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States and Health Care Reform—Laboratory, Stepping Stone, or Stumbling Block?

“All politics is local” is a maxim coined by Thomas “Tip” O’Neill, former Speaker of the US House of Representatives, and most people probably think that’s a good thing and a key feature of our democracy. And, of course, most people know that “all health care is local.” So even though the fate of the Patient Protection and Affordable Care Act (ACA) is being debated on a national stage today, the future of health reform is likely to take on a local flavor, no matter who prevails on November 6.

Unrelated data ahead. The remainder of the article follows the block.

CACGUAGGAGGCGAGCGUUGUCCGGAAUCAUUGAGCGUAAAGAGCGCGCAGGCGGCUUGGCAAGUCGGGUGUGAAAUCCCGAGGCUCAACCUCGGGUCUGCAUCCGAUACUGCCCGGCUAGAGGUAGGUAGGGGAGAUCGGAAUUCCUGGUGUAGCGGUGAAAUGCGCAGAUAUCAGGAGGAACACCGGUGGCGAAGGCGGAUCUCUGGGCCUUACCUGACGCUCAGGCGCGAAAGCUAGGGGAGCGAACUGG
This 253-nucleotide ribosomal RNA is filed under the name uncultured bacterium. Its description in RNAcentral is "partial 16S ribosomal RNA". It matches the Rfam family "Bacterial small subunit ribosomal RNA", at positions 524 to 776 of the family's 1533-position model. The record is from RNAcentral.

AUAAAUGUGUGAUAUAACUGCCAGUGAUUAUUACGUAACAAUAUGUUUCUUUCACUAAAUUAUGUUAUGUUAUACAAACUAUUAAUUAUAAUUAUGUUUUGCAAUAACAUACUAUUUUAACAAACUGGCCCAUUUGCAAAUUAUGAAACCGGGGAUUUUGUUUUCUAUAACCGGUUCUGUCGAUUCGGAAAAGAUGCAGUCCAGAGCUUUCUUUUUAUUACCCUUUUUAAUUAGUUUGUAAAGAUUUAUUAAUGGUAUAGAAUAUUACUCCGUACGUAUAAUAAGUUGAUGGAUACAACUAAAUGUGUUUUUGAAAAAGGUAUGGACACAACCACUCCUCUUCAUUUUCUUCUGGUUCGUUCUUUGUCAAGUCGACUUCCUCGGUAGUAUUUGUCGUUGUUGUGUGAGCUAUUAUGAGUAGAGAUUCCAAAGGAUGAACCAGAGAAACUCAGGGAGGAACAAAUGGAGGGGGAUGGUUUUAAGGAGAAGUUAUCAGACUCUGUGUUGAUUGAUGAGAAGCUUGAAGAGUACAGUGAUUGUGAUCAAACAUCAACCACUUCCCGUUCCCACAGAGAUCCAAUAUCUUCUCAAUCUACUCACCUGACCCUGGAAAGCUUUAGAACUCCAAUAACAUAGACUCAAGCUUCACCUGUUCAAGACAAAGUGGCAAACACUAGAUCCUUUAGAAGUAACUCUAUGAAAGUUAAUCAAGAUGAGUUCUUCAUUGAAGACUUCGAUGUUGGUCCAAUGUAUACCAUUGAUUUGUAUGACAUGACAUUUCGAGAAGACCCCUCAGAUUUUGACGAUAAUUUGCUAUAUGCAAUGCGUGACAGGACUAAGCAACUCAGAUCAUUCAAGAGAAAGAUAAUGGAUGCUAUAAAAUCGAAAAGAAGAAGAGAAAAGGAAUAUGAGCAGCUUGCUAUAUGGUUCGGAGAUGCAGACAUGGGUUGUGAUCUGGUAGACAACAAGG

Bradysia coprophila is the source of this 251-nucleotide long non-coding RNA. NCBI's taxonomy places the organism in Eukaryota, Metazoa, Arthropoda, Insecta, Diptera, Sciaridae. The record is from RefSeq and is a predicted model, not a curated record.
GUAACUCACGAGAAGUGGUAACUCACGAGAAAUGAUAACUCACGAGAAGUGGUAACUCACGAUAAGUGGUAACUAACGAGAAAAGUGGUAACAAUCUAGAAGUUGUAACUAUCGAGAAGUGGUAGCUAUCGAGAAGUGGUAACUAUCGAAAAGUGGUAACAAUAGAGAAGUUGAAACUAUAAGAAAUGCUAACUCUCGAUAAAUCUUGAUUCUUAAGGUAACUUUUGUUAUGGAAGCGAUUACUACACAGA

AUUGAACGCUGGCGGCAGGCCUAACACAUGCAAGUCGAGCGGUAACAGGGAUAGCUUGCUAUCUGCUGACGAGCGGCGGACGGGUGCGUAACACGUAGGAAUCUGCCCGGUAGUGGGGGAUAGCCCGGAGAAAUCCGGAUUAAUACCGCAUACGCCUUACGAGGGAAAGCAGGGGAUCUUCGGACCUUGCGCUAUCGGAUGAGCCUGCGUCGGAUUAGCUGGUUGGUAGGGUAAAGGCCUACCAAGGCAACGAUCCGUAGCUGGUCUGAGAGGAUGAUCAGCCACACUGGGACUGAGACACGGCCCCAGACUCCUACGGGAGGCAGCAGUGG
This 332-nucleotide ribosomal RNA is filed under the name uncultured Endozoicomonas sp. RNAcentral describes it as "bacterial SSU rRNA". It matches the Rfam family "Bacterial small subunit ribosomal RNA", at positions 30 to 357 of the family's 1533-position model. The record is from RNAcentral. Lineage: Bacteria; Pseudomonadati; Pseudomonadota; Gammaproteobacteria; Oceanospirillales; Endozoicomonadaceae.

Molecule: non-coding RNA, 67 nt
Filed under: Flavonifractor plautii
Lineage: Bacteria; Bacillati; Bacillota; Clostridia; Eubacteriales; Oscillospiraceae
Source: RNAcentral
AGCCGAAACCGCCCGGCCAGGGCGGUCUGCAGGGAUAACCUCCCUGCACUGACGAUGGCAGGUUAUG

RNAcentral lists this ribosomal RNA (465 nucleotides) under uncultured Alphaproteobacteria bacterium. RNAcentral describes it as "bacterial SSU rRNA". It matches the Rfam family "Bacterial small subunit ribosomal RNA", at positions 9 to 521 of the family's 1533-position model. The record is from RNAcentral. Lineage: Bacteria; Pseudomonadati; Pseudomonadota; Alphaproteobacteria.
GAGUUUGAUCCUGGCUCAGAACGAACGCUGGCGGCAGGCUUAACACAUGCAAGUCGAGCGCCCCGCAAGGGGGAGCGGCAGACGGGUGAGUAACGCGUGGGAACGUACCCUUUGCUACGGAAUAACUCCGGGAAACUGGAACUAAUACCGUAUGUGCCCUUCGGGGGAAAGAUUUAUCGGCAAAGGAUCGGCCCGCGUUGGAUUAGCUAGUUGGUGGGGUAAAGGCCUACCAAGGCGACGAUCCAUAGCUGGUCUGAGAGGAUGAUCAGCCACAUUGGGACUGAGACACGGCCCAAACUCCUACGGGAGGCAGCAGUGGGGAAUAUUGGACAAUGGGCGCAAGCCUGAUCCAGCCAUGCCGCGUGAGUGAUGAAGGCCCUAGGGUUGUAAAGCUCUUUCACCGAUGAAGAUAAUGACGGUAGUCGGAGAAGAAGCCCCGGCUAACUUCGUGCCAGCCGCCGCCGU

Indeed, what states do or do not do—and how well they do it—will largely determine how well the ACA achieves its goals. In the case of health care, whether this reliance on state variation promotes or retards the rapid reformation of our health care system is an open question.

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